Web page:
His favourite shout of the moment is ‘I did it!’ I wish you could see, the look in his eyes as he grabs my hand and pulls me with all his strength toward a scribble on a page or all his favourite cars lined up in a perfect row. I can still see you telling me ‘I can’t do it’. It’s there when I see him pick up a pencil or put a spoon to his mouth. I’m sorry, I know it’s not how you want me to remember you and it’s the last thing you would ever have said when choice was a part of your life, but I find myself holding on to any memory that lets me see your face. He insists on doing everything for himself now, it is both amazing and frustrating to watch him try. I now have to step back to give him encouragement, where I had to step forward to give you help. These parallels have not stopped. I am still lifting, bathing, dressing, feeding and wiping away tears, but these chores are now only part of motherly love and I no longer perform them with sadness and loss.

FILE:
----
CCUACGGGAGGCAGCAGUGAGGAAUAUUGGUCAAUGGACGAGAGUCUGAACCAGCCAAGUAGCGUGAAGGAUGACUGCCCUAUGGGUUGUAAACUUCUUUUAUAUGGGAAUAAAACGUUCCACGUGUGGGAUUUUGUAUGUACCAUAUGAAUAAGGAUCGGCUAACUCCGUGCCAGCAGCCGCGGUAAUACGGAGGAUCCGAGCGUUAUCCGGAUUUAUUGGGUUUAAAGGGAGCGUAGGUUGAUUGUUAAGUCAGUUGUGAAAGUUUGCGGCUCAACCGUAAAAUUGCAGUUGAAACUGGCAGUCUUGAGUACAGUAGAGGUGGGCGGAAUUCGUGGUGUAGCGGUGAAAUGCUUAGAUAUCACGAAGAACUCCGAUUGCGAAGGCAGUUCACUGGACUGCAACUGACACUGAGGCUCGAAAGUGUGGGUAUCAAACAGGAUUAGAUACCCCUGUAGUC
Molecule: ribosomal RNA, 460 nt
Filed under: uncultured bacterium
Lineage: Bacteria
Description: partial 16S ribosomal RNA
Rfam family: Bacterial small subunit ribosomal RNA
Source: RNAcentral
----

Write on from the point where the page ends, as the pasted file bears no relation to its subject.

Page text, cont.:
His time is filled with creating such mischief, and so cleverly worked out that it makes me wonder if you are whispering in his ear. I’m still truly sad we couldn’t give him a sibling to annoy with such a mischievous mind. You and he share almost identical choices with strategically placed cuddles for both devilment and gain. I’ve lost count of how many cuddles have left some of the lunch from his sticky little fingers on my clothes before I can wipe them, or are used as a vehicle to get nearer the biscuit tin, but he gives just as many real ones too. I remember when you could no longer give a hug and had to ask for one instead. I would lift your arm and wrap it around me for you, the saddest indignity of it all.